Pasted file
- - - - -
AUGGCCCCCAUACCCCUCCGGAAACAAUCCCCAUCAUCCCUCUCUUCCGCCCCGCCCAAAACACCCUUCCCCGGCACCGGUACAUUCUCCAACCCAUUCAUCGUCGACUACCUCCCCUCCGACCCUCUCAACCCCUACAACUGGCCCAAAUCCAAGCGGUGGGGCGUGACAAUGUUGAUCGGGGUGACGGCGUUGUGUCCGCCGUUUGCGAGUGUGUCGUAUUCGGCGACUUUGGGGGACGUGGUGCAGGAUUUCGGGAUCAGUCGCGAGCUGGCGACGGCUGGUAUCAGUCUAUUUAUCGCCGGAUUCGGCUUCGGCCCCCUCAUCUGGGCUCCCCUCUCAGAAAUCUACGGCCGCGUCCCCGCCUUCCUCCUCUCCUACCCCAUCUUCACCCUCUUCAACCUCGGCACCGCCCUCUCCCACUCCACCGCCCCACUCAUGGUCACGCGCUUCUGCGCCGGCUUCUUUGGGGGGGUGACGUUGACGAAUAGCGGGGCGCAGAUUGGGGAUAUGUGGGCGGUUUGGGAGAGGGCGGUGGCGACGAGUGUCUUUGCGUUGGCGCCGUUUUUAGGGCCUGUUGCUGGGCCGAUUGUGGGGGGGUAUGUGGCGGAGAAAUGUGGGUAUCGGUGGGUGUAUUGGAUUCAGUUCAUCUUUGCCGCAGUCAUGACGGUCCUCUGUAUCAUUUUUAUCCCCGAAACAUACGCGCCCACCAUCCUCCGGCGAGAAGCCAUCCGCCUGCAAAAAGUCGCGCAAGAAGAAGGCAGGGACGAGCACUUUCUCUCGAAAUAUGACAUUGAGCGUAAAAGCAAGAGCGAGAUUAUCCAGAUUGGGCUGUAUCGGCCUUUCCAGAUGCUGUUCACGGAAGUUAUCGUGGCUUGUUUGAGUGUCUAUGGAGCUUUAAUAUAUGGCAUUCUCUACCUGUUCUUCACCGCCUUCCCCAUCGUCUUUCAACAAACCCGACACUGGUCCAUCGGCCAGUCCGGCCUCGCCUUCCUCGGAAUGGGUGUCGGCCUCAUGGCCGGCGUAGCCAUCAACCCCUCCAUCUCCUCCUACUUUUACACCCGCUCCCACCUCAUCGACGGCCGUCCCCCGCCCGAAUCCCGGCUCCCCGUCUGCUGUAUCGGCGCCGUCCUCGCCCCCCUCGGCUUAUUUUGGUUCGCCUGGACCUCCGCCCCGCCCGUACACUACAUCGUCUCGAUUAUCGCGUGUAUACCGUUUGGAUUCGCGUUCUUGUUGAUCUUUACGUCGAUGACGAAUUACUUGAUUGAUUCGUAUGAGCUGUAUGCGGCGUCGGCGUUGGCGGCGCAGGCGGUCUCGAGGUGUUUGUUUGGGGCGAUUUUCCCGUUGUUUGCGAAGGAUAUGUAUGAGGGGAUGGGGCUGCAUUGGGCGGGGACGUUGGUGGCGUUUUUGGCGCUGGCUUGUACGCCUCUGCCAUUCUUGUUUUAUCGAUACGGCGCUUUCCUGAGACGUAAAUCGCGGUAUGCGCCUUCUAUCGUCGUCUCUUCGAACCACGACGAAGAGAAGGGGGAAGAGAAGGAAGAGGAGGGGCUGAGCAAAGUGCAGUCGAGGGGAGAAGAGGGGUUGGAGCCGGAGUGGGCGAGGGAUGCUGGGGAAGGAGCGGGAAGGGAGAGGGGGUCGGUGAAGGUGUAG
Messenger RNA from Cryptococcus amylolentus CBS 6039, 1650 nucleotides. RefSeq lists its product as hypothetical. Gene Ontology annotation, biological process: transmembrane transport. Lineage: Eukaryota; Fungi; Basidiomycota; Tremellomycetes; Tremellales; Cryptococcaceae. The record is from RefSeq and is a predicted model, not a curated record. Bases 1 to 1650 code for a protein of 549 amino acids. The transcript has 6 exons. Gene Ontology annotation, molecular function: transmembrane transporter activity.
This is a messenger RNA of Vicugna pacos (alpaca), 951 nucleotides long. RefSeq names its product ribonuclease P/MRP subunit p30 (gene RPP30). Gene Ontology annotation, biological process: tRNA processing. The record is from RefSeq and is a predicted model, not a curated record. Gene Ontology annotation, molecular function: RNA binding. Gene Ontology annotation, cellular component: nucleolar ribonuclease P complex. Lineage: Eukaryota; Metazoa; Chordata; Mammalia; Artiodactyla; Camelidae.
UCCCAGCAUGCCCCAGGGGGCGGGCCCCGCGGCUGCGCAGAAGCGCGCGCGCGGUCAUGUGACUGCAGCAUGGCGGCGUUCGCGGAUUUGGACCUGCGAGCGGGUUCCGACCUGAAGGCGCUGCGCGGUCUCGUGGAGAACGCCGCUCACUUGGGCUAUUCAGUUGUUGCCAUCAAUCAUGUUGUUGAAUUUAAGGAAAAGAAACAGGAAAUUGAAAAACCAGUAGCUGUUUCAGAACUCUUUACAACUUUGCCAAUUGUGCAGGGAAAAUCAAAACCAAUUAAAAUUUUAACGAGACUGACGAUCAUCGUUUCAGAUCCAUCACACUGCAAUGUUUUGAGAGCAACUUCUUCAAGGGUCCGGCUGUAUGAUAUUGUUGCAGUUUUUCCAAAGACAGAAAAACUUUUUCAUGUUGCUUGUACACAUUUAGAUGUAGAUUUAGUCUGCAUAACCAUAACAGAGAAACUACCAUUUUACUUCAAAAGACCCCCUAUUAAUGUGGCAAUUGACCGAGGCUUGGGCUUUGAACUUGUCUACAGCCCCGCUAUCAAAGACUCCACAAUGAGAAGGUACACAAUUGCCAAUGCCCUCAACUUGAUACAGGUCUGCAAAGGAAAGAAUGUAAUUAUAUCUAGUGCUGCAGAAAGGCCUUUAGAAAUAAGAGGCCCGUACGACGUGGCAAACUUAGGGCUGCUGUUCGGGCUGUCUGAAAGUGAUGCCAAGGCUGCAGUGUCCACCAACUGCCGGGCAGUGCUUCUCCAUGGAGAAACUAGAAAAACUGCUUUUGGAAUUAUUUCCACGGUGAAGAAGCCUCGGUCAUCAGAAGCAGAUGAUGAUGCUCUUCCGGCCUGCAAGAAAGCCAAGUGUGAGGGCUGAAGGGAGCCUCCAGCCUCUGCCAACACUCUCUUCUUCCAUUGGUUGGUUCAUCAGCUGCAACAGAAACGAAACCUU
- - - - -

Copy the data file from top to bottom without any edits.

AUGGCCCCCAUACCCCUCCGGAAACAAUCCCCAUCAUCCCUCUCUUCCGCCCCGCCCAAAACACCCUUCCCCGGCACCGGUACAUUCUCCAACCCAUUCAUCGUCGACUACCUCCCCUCCGACCCUCUCAACCCCUACAACUGGCCCAAAUCCAAGCGGUGGGGCGUGACAAUGUUGAUCGGGGUGACGGCGUUGUGUCCGCCGUUUGCGAGUGUGUCGUAUUCGGCGACUUUGGGGGACGUGGUGCAGGAUUUCGGGAUCAGUCGCGAGCUGGCGACGGCUGGUAUCAGUCUAUUUAUCGCCGGAUUCGGCUUCGGCCCCCUCAUCUGGGCUCCCCUCUCAGAAAUCUACGGCCGCGUCCCCGCCUUCCUCCUCUCCUACCCCAUCUUCACCCUCUUCAACCUCGGCACCGCCCUCUCCCACUCCACCGCCCCACUCAUGGUCACGCGCUUCUGCGCCGGCUUCUUUGGGGGGGUGACGUUGACGAAUAGCGGGGCGCAGAUUGGGGAUAUGUGGGCGGUUUGGGAGAGGGCGGUGGCGACGAGUGUCUUUGCGUUGGCGCCGUUUUUAGGGCCUGUUGCUGGGCCGAUUGUGGGGGGGUAUGUGGCGGAGAAAUGUGGGUAUCGGUGGGUGUAUUGGAUUCAGUUCAUCUUUGCCGCAGUCAUGACGGUCCUCUGUAUCAUUUUUAUCCCCGAAACAUACGCGCCCACCAUCCUCCGGCGAGAAGCCAUCCGCCUGCAAAAAGUCGCGCAAGAAGAAGGCAGGGACGAGCACUUUCUCUCGAAAUAUGACAUUGAGCGUAAAAGCAAGAGCGAGAUUAUCCAGAUUGGGCUGUAUCGGCCUUUCCAGAUGCUGUUCACGGAAGUUAUCGUGGCUUGUUUGAGUGUCUAUGGAGCUUUAAUAUAUGGCAUUCUCUACCUGUUCUUCACCGCCUUCCCCAUCGUCUUUCAACAAACCCGACACUGGUCCAUCGGCCAGUCCGGCCUCGCCUUCCUCGGAAUGGGUGUCGGCCUCAUGGCCGGCGUAGCCAUCAACCCCUCCAUCUCCUCCUACUUUUACACCCGCUCCCACCUCAUCGACGGCCGUCCCCCGCCCGAAUCCCGGCUCCCCGUCUGCUGUAUCGGCGCCGUCCUCGCCCCCCUCGGCUUAUUUUGGUUCGCCUGGACCUCCGCCCCGCCCGUACACUACAUCGUCUCGAUUAUCGCGUGUAUACCGUUUGGAUUCGCGUUCUUGUUGAUCUUUACGUCGAUGACGAAUUACUUGAUUGAUUCGUAUGAGCUGUAUGCGGCGUCGGCGUUGGCGGCGCAGGCGGUCUCGAGGUGUUUGUUUGGGGCGAUUUUCCCGUUGUUUGCGAAGGAUAUGUAUGAGGGGAUGGGGCUGCAUUGGGCGGGGACGUUGGUGGCGUUUUUGGCGCUGGCUUGUACGCCUCUGCCAUUCUUGUUUUAUCGAUACGGCGCUUUCCUGAGACGUAAAUCGCGGUAUGCGCCUUCUAUCGUCGUCUCUUCGAACCACGACGAAGAGAAGGGGGAAGAGAAGGAAGAGGAGGGGCUGAGCAAAGUGCAGUCGAGGGGAGAAGAGGGGUUGGAGCCGGAGUGGGCGAGGGAUGCUGGGGAAGGAGCGGGAAGGGAGAGGGGGUCGGUGAAGGUGUAG
Messenger RNA from Cryptococcus amylolentus CBS 6039, 1650 nucleotides. RefSeq lists its product as hypothetical. Gene Ontology annotation, biological process: transmembrane transport. Lineage: Eukaryota; Fungi; Basidiomycota; Tremellomycetes; Tremellales; Cryptococcaceae. The record is from RefSeq and is a predicted model, not a curated record. Bases 1 to 1650 code for a protein of 549 amino acids. The transcript has 6 exons. Gene Ontology annotation, molecular function: transmembrane transporter activity.
This is a messenger RNA of Vicugna pacos (alpaca), 951 nucleotides long. RefSeq names its product ribonuclease P/MRP subunit p30 (gene RPP30). Gene Ontology annotation, biological process: tRNA processing. The record is from RefSeq and is a predicted model, not a curated record. Gene Ontology annotation, molecular function: RNA binding. Gene Ontology annotation, cellular component: nucleolar ribonuclease P complex. Lineage: Eukaryota; Metazoa; Chordata; Mammalia; Artiodactyla; Camelidae.
UCCCAGCAUGCCCCAGGGGGCGGGCCCCGCGGCUGCGCAGAAGCGCGCGCGCGGUCAUGUGACUGCAGCAUGGCGGCGUUCGCGGAUUUGGACCUGCGAGCGGGUUCCGACCUGAAGGCGCUGCGCGGUCUCGUGGAGAACGCCGCUCACUUGGGCUAUUCAGUUGUUGCCAUCAAUCAUGUUGUUGAAUUUAAGGAAAAGAAACAGGAAAUUGAAAAACCAGUAGCUGUUUCAGAACUCUUUACAACUUUGCCAAUUGUGCAGGGAAAAUCAAAACCAAUUAAAAUUUUAACGAGACUGACGAUCAUCGUUUCAGAUCCAUCACACUGCAAUGUUUUGAGAGCAACUUCUUCAAGGGUCCGGCUGUAUGAUAUUGUUGCAGUUUUUCCAAAGACAGAAAAACUUUUUCAUGUUGCUUGUACACAUUUAGAUGUAGAUUUAGUCUGCAUAACCAUAACAGAGAAACUACCAUUUUACUUCAAAAGACCCCCUAUUAAUGUGGCAAUUGACCGAGGCUUGGGCUUUGAACUUGUCUACAGCCCCGCUAUCAAAGACUCCACAAUGAGAAGGUACACAAUUGCCAAUGCCCUCAACUUGAUACAGGUCUGCAAAGGAAAGAAUGUAAUUAUAUCUAGUGCUGCAGAAAGGCCUUUAGAAAUAAGAGGCCCGUACGACGUGGCAAACUUAGGGCUGCUGUUCGGGCUGUCUGAAAGUGAUGCCAAGGCUGCAGUGUCCACCAACUGCCGGGCAGUGCUUCUCCAUGGAGAAACUAGAAAAACUGCUUUUGGAAUUAUUUCCACGGUGAAGAAGCCUCGGUCAUCAGAAGCAGAUGAUGAUGCUCUUCCGGCCUGCAAGAAAGCCAAGUGUGAGGGCUGAAGGGAGCCUCCAGCCUCUGCCAACACUCUCUUCUUCCAUUGGUUGGUUCAUCAGCUGCAACAGAAACGAAACCUU